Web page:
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Casuarina cunninghamiana (CASUARINACEAE) River She-oak

Habit

Casuarina
Photo: Robert Whyte

Tall, graceful tree to 20 m along creek and river banks and floodplains. Has fine pine-like foliage and deeply fissured bark. Important tree along Enoggera Creek.

Casuarina was the sole genus in the family, but has been split into three more genera, a proposal that is not universally accepted - the family presently has Allocasuarina, Casuarina, Ceuthostoma, and Gymnostoma. Members of this family are all characterized by drooping equisetoid, leaf-like twigs (needles). The roots have nitrogen-fixing nodules.

Male flowers are in spikes and are carried on the ends of branches. Fruit are small spheres containing a large number of pale, winged seeds.

Foliage and propagation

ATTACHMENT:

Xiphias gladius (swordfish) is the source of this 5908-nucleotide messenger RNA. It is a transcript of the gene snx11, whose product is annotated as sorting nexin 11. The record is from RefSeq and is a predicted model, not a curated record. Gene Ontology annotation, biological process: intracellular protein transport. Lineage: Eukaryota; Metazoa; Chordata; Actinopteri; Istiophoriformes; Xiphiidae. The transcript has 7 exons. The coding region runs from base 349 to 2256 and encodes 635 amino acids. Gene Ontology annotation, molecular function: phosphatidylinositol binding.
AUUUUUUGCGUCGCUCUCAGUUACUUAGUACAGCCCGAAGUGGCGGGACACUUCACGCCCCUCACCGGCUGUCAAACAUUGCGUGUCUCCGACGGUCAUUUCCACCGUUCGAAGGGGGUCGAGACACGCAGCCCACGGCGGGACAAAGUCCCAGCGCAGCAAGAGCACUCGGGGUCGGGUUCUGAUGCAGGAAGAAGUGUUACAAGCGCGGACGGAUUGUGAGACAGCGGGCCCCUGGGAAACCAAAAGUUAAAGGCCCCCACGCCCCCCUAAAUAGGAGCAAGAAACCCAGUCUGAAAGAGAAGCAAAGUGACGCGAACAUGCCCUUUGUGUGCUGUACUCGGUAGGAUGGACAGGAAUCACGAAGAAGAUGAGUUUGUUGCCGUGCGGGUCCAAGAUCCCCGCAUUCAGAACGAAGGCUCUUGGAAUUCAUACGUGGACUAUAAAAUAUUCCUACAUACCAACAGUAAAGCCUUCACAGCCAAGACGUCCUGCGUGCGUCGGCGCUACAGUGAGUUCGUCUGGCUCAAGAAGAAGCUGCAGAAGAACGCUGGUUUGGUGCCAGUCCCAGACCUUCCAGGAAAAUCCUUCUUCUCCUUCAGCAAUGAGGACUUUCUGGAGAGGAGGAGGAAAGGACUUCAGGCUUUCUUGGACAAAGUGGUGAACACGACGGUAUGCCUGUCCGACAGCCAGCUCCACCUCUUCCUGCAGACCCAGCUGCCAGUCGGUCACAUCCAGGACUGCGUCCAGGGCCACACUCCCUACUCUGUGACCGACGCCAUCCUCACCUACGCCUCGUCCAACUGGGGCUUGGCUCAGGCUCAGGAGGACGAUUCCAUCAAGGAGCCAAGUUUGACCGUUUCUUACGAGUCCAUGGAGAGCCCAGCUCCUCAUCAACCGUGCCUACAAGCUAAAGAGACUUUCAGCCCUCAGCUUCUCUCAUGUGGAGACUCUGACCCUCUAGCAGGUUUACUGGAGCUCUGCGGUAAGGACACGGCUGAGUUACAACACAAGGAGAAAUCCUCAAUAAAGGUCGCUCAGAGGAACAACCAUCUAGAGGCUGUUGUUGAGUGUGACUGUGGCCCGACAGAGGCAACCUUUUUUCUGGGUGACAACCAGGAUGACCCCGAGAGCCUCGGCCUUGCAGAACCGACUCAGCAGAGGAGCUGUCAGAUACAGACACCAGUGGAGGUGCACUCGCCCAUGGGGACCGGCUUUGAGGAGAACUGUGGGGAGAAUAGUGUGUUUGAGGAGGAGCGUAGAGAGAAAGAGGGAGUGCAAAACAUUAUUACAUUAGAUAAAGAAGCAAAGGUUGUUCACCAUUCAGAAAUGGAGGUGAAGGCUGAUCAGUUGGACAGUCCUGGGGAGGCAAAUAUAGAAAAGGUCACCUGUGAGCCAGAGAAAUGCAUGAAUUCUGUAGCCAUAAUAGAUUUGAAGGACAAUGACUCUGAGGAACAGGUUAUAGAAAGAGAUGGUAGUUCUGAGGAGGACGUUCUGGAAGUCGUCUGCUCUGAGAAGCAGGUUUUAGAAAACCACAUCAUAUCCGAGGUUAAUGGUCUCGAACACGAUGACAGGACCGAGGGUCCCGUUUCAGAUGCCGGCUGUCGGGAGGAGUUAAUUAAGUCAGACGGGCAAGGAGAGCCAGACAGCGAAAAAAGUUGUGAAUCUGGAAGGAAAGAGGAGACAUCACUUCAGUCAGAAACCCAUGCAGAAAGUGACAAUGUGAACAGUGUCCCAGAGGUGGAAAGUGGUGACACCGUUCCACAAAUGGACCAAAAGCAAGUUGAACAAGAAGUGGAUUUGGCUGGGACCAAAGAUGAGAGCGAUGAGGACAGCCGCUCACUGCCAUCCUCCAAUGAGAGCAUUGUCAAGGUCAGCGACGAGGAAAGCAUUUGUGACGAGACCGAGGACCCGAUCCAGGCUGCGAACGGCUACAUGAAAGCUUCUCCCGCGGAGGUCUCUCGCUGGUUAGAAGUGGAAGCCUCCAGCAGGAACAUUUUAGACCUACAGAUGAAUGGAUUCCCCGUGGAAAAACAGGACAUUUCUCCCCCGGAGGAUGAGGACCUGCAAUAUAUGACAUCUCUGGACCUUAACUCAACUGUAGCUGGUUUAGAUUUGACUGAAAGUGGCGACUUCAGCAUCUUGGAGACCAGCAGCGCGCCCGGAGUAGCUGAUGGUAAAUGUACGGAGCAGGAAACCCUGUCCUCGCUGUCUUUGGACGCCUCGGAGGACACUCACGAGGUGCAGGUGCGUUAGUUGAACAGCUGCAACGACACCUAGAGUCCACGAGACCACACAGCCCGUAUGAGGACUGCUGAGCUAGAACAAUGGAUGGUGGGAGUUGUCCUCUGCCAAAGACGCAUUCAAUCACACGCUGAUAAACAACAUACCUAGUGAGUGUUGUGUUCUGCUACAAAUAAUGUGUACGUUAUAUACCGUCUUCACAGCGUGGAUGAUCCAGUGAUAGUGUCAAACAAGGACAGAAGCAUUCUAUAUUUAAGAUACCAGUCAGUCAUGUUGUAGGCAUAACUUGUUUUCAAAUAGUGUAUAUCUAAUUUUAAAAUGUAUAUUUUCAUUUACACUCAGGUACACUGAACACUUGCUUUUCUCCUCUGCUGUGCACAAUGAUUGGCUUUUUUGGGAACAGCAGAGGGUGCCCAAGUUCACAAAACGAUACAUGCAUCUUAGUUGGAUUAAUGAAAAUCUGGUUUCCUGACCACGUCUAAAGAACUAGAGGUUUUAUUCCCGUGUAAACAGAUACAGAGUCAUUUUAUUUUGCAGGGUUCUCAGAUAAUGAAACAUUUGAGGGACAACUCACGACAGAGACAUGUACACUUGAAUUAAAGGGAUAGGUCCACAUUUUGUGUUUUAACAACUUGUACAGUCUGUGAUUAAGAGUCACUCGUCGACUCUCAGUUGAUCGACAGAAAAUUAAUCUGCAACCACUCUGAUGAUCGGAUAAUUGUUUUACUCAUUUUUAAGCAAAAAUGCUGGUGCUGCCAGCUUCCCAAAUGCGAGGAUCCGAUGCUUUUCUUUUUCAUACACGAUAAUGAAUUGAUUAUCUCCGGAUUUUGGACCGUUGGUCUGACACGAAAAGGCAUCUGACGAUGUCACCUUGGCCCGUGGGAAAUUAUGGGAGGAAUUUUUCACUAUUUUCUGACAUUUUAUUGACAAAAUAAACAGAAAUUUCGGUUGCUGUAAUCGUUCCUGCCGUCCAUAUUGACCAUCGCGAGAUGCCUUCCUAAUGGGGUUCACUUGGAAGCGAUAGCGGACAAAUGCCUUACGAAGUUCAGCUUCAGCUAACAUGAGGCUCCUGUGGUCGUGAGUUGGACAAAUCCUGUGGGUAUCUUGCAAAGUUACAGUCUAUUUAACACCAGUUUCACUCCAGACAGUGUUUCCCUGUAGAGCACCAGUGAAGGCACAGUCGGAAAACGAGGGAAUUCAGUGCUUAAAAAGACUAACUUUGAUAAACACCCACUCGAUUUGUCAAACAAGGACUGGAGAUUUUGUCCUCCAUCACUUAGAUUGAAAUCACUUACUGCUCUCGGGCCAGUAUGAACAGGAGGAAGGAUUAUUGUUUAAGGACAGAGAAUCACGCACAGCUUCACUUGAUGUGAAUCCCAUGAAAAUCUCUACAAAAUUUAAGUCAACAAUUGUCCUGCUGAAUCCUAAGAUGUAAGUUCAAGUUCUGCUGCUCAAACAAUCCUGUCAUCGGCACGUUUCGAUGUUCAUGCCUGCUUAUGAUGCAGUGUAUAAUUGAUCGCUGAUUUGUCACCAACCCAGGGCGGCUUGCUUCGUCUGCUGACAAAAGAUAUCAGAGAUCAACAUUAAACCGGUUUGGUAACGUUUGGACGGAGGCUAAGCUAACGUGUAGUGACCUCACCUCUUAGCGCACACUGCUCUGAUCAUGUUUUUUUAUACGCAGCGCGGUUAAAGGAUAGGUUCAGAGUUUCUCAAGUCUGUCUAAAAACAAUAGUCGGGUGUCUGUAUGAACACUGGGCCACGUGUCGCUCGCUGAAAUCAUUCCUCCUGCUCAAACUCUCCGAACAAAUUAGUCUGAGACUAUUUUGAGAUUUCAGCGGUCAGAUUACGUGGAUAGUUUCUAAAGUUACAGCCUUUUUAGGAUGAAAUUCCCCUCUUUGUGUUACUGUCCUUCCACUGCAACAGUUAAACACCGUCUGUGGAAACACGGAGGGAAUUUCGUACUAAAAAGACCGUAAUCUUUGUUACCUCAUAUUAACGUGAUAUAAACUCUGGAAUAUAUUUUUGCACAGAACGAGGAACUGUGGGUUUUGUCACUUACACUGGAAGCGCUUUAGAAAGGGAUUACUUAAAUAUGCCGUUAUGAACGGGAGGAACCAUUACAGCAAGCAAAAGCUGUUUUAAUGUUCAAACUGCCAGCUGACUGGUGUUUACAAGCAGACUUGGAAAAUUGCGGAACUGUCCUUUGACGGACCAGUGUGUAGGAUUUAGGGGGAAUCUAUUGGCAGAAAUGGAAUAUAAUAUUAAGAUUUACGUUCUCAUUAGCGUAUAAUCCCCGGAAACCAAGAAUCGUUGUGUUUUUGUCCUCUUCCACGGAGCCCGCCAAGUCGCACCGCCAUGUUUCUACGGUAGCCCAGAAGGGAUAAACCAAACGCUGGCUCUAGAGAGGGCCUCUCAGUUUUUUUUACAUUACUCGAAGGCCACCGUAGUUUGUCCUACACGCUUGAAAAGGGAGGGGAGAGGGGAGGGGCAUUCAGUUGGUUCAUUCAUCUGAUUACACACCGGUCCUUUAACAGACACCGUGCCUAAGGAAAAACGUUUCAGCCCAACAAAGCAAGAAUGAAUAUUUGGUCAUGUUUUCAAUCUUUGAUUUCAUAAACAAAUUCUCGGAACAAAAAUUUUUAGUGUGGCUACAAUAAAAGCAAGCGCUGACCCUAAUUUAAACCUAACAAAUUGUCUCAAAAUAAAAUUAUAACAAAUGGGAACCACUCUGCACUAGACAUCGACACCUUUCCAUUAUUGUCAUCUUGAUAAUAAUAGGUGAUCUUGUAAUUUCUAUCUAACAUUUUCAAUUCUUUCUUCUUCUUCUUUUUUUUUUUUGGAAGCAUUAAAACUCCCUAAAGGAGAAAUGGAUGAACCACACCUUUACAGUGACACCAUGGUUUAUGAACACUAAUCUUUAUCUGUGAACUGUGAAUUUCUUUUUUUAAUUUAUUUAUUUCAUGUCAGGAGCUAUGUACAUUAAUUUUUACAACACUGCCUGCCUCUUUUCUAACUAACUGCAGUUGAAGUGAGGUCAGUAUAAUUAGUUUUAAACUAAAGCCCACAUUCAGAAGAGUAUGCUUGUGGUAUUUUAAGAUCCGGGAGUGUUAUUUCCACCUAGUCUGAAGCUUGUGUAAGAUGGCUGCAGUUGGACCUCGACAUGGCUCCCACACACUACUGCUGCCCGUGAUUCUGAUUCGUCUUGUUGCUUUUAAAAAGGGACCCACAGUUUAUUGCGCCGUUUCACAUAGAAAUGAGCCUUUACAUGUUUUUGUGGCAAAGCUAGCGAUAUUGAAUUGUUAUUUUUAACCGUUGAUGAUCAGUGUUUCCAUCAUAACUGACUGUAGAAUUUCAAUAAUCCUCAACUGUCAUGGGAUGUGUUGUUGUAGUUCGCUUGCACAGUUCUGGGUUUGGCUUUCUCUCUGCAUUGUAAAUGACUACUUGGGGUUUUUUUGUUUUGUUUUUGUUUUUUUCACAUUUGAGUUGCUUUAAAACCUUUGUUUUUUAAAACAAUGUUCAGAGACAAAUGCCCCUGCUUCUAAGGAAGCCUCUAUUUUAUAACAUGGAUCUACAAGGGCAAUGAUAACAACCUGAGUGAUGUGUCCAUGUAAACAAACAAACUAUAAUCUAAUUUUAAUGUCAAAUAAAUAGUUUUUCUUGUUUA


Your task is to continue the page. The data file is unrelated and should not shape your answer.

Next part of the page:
Casurina cunninghamiana
Foliage. Photo: Robert Whyte

The fallen foliage supresses other plant growth, making it a useful pioneer. Casuarina species are a food source of the larvae of hepialid moths. Forests of River She-oaks attract a wide range of bird species.

Propagate from seed. Pick the cones, keep them in a warm place in a paper bag and the winged seeds will be released in a couple of days.

AKA River/scrub she-oak. river/fire oak, Australian pine, beefwood, billagin.


Casuarina
Bark. Photo: Robert Whyte

In NSW, River She-oaks are classified as protected plants, not because they are rare but because their roots are instrumental in reducing stream bank erosion. They have become pests in the USA.

Casuarina from botanical Latin casuarius, the cassowary, the name of which derives from the Malay name, kasuari, because of the resemblance of the trees long drooping foliage to the plumage of the bird; cunninghamiana after Cunningham, Allan (1791 - 1839) the Australian explorer, sent by Joseph Banks to New South Wales in 1816 to collect plants, Cunningham joined John Oxley's expedition to the Lachlan and Macquarie rivers in 1817. He was botanist on the "Mermaid" 1817-20 and made inland explorations of New South Wales and Queensland. He was later Superintendent of the Sydney Botanic Gardens.

An explanation (not PC) of the common name is that the timber resembles oak but is inferior.